India needs to find a sane way to discuss relative decline in Hindu population

Sadanand Dhume

Is India’s overwhelming Hindu majority shrinking? A recent survey by the Pew Research Center echoes news reports based on leaked figures from the 2011 census. For the first time since independence in 1947, fewer than four in five Indians self-identifies as a Hindu.

Needless to say, the faintest suggestion of falling Hindu numbers—even if only in relative terms — touches a raw nerve with sections of the far Right. A VHP leader responded to the survey by suggesting that India was on its way to becoming another Afghanistan or Pakistan. Not long afterwards, a vice president of the Hindu Mahasabha demanded that Muslims and Christians be forcibly sterilised. Shiv Sena’s official newspaper Saamna, echoing founder Balasaheb Thackeray, called for Muslims to be disenfranchised.

Fortunately, none of these views appear to represent mainstream opinion. But, they stand out as examples of how not to discuss demographic change. If sensible people cannot speak calmly about the issue, they effectively cede it to assorted cranks, bigots and conspiracy theorists.

The Pew survey suggests a far more nuanced picture than the overheated rhetoric that grabs the headlines. With fertility rates comfortably above the replacement level of 2.1 children per woman, in absolute terms India’s Hindu population is growing, not declining. Over the next 35 years, it will swell by over 300 million people to total nearly 1.3 billion.

In relative terms, however, these numbers suggest a gentle but steady decline compared to other faiths. In 1951, not long after the ravages of Partition, India was about 85% Hindu. By 2050 it will be 77 per cent Hindu. To put it differently, if you’re in your 40s today, your parents likely grew up in an India where one in eight people was Muslim or Christian. Your grandchildren will live in a country where that figure will be closer to one in five. This proportion of Hindus, coincidentally, is about the same as reflected in the 1881 census of undivided India. Throw in Pakistan and Bangladesh and, over a 170-year period to 2050, the Hindu population of the region is projected to shrink to 61 per cent of 2.17 billion people.

Bearing on fertility rate

Most of the change in India can be explained by a sharp projected uptick in the Muslim population thanks to higher fertility rates. The average Indian Muslim woman bears 3.2 children; the average Hindu has 2.5 children. Over the next 35 years, Muslims in India will swell to about 311 million, or more than 18 per cent of the population, up from their current 14 per cent share. The survey predicts that by 2050, India will house the world’s largest Muslim population, ahead of Indonesia and Pakistan.

Christian numbers are harder to pin down. Conrad Hackett, the demographer in charge of the Pew survey, says that though both Hindu nationalist and evangelical groups claim that Christianity is growing rapidly in India, “We have not found evidence of this in census or demographic survey data.” Pew estimates an approximately 10 per cent undercount of Christians in India on account of some Dalit Christians identifying as legally Hindu in order to qualify for reservations in government jobs and education.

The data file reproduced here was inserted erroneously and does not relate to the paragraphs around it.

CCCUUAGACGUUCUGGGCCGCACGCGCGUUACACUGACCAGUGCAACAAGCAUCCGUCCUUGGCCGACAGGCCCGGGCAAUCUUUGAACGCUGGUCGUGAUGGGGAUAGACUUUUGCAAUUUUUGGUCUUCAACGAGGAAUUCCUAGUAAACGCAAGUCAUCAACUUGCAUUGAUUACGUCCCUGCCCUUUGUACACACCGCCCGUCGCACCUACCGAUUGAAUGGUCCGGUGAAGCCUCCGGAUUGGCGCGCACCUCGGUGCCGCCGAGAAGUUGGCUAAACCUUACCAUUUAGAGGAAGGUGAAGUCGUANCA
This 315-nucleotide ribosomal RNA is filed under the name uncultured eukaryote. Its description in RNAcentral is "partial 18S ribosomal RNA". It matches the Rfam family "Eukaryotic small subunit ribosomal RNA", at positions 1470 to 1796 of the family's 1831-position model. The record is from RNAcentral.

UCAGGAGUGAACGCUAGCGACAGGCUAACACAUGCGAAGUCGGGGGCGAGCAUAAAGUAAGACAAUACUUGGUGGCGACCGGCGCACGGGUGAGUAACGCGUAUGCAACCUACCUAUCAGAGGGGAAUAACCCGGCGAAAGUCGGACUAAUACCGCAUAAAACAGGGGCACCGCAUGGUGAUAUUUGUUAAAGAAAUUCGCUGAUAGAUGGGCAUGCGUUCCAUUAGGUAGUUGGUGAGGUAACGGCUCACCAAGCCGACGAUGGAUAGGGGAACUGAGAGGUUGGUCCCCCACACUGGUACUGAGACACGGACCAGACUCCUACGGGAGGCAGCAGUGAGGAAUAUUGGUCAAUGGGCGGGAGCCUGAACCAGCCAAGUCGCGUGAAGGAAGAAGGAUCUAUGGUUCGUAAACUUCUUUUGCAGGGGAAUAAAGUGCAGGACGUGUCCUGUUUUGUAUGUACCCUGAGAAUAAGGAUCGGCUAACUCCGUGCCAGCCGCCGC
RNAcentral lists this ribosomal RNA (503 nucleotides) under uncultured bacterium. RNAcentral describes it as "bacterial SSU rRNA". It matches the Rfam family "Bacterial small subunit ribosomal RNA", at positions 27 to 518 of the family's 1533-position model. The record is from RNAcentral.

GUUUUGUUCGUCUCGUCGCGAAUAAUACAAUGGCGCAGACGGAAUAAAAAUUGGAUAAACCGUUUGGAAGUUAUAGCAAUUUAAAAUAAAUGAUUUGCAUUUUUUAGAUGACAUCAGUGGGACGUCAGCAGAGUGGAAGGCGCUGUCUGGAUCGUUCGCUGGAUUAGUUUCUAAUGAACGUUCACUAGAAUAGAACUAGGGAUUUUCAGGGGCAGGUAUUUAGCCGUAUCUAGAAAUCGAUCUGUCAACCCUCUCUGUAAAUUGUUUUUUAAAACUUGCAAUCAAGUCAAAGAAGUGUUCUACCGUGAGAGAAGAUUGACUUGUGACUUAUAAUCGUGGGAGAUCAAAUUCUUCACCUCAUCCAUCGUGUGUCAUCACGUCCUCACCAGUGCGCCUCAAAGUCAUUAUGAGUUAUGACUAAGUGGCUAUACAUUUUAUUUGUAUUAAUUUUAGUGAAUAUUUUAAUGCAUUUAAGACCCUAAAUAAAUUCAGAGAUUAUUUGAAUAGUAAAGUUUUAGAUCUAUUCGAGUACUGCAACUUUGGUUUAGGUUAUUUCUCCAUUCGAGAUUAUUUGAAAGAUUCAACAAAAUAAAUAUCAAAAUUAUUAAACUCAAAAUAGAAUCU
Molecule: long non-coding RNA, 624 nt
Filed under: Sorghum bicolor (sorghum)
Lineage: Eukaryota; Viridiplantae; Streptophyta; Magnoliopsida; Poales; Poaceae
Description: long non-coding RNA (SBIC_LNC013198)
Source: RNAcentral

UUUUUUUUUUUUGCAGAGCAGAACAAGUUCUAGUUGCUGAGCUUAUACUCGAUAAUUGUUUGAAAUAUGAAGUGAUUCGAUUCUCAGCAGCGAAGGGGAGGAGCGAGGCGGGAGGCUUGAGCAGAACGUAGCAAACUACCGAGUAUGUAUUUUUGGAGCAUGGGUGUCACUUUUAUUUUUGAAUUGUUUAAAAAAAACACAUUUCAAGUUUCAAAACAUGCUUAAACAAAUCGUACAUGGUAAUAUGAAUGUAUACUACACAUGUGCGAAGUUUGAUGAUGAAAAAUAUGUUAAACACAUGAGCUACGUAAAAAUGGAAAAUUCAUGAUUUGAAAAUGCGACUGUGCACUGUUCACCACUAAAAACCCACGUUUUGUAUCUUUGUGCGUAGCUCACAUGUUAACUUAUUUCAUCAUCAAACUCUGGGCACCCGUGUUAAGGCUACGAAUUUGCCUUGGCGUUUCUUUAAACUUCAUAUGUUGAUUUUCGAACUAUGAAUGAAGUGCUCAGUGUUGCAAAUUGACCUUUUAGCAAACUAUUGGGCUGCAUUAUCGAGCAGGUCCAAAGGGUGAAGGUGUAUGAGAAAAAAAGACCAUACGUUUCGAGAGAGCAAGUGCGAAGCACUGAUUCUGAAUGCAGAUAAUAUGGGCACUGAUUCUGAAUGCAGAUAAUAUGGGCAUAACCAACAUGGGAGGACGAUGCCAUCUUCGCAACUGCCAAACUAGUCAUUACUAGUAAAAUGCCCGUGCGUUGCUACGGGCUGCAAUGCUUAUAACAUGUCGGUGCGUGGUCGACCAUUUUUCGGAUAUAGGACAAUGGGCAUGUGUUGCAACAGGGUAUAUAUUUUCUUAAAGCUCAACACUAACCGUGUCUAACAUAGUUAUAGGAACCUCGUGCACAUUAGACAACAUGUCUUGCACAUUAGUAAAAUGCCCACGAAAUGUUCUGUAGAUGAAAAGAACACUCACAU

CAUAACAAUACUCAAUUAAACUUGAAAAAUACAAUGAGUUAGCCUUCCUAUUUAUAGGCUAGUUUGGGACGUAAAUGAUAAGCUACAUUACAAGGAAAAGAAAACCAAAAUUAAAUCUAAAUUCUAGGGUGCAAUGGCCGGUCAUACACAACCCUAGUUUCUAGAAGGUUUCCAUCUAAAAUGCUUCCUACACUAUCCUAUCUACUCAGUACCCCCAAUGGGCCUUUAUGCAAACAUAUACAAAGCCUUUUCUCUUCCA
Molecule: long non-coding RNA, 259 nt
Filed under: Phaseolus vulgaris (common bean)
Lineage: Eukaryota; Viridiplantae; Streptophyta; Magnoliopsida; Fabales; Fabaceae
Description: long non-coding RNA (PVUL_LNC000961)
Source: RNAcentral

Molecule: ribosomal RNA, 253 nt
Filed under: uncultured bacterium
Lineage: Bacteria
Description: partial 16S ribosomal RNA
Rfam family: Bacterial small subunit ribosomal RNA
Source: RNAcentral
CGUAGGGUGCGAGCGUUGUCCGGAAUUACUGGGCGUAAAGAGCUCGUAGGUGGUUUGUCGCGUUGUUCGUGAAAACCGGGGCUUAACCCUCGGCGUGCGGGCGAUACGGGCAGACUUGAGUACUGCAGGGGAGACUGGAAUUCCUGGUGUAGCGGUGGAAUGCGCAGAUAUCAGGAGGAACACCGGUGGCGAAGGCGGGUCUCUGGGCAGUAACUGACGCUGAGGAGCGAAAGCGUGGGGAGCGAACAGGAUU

But while Pew predicts that Christianity will grow rapidly in places like Africa over the coming decades, the Christian share of India’s population will remain more or less steady at 2.5 per cent or less of the population. Another organisation, the Center for the Study of Global Christianity, says India’s Christian population is already 4.7 per cent, or about double Pew’s current estimate.

Islam biggest gainer

At a global level, the Hindu share of the world’s population will remain more or less unchanged at 15 per cent. Here again, the biggest gainer, in both absolute and relative terms, will be Islam. Pew estimates that the world’s Muslim population will rise from 1.6 billion people today to 2.8 billion people in 2050, or from 23 per cent to nearly 30 per cent of the world’s population.

To be sure, as with nearly all surveys, prognostications about the future ought to be taken with a grain of salt. If minority religion numbers are undercounted, then India’s Hindu majority may decline more rapidly than suggested. Though, by the same token, if they’re overstated then so are concerns about them.

Either way, India will need to find a way to talk about religious demographics as other nations do — mostly without fuss, rancour or wild policy suggestions. Over the coming decades, India’s changing religious demographics will likely upend politics as we know it, particularly in states with large Muslim populations such as West Bengal and Assam. It will affect everything from efforts toward a uniform civil code to the debate about religious conversions to assumptions about Indian secularism.

To understand what these changes mean, India’s public square needs to host a debate that reflects neither the apathy of the Left nor the shrillness of the extreme Right. This means talking about aggregate trends without losing sight of individual rights.

Only then can the country confidently come to terms with its changing demographic future.

The writer is a resident fellow at the American Enterprise Institute, Washington DC

http://blogs.economictimes.indiatimes.com/toi-edit-page/india-needs-to-find-a-sane-way-to-discuss-relative-decline-in-hindu-population/

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